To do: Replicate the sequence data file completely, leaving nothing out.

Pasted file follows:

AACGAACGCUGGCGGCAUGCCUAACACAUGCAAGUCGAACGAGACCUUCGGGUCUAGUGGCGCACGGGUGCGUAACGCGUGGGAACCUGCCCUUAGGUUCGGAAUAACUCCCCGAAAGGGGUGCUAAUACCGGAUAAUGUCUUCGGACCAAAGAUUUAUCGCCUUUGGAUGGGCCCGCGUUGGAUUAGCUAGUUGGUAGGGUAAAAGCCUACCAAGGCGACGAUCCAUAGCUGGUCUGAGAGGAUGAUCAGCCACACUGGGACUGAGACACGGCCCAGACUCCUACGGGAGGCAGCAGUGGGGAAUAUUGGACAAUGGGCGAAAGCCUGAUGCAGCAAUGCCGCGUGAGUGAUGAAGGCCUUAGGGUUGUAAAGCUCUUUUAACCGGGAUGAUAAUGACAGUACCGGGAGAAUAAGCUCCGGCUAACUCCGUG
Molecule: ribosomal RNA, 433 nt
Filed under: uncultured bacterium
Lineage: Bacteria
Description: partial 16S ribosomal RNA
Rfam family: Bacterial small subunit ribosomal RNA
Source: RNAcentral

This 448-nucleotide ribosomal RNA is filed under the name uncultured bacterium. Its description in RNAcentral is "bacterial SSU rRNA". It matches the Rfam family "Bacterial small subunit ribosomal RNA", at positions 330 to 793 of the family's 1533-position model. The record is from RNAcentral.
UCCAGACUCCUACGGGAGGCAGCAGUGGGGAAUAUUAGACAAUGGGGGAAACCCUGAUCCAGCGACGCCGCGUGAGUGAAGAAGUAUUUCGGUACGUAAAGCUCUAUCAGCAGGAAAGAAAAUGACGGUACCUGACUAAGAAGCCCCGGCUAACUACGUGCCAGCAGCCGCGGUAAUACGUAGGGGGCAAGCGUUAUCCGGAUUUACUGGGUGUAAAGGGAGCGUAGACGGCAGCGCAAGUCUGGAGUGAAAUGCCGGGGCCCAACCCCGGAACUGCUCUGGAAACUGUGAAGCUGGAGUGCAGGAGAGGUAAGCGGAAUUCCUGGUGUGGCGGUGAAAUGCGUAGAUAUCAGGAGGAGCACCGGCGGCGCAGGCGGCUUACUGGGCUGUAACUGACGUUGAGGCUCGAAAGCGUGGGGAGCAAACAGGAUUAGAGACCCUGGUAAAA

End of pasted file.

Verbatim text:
AACGAACGCUGGCGGCAUGCCUAACACAUGCAAGUCGAACGAGACCUUCGGGUCUAGUGGCGCACGGGUGCGUAACGCGUGGGAACCUGCCCUUAGGUUCGGAAUAACUCCCCGAAAGGGGUGCUAAUACCGGAUAAUGUCUUCGGACCAAAGAUUUAUCGCCUUUGGAUGGGCCCGCGUUGGAUUAGCUAGUUGGUAGGGUAAAAGCCUACCAAGGCGACGAUCCAUAGCUGGUCUGAGAGGAUGAUCAGCCACACUGGGACUGAGACACGGCCCAGACUCCUACGGGAGGCAGCAGUGGGGAAUAUUGGACAAUGGGCGAAAGCCUGAUGCAGCAAUGCCGCGUGAGUGAUGAAGGCCUUAGGGUUGUAAAGCUCUUUUAACCGGGAUGAUAAUGACAGUACCGGGAGAAUAAGCUCCGGCUAACUCCGUG
Molecule: ribosomal RNA, 433 nt
Filed under: uncultured bacterium
Lineage: Bacteria
Description: partial 16S ribosomal RNA
Rfam family: Bacterial small subunit ribosomal RNA
Source: RNAcentral

This 448-nucleotide ribosomal RNA is filed under the name uncultured bacterium. Its description in RNAcentral is "bacterial SSU rRNA". It matches the Rfam family "Bacterial small subunit ribosomal RNA", at positions 330 to 793 of the family's 1533-position model. The record is from RNAcentral.
UCCAGACUCCUACGGGAGGCAGCAGUGGGGAAUAUUAGACAAUGGGGGAAACCCUGAUCCAGCGACGCCGCGUGAGUGAAGAAGUAUUUCGGUACGUAAAGCUCUAUCAGCAGGAAAGAAAAUGACGGUACCUGACUAAGAAGCCCCGGCUAACUACGUGCCAGCAGCCGCGGUAAUACGUAGGGGGCAAGCGUUAUCCGGAUUUACUGGGUGUAAAGGGAGCGUAGACGGCAGCGCAAGUCUGGAGUGAAAUGCCGGGGCCCAACCCCGGAACUGCUCUGGAAACUGUGAAGCUGGAGUGCAGGAGAGGUAAGCGGAAUUCCUGGUGUGGCGGUGAAAUGCGUAGAUAUCAGGAGGAGCACCGGCGGCGCAGGCGGCUUACUGGGCUGUAACUGACGUUGAGGCUCGAAAGCGUGGGGAGCAAACAGGAUUAGAGACCCUGGUAAAA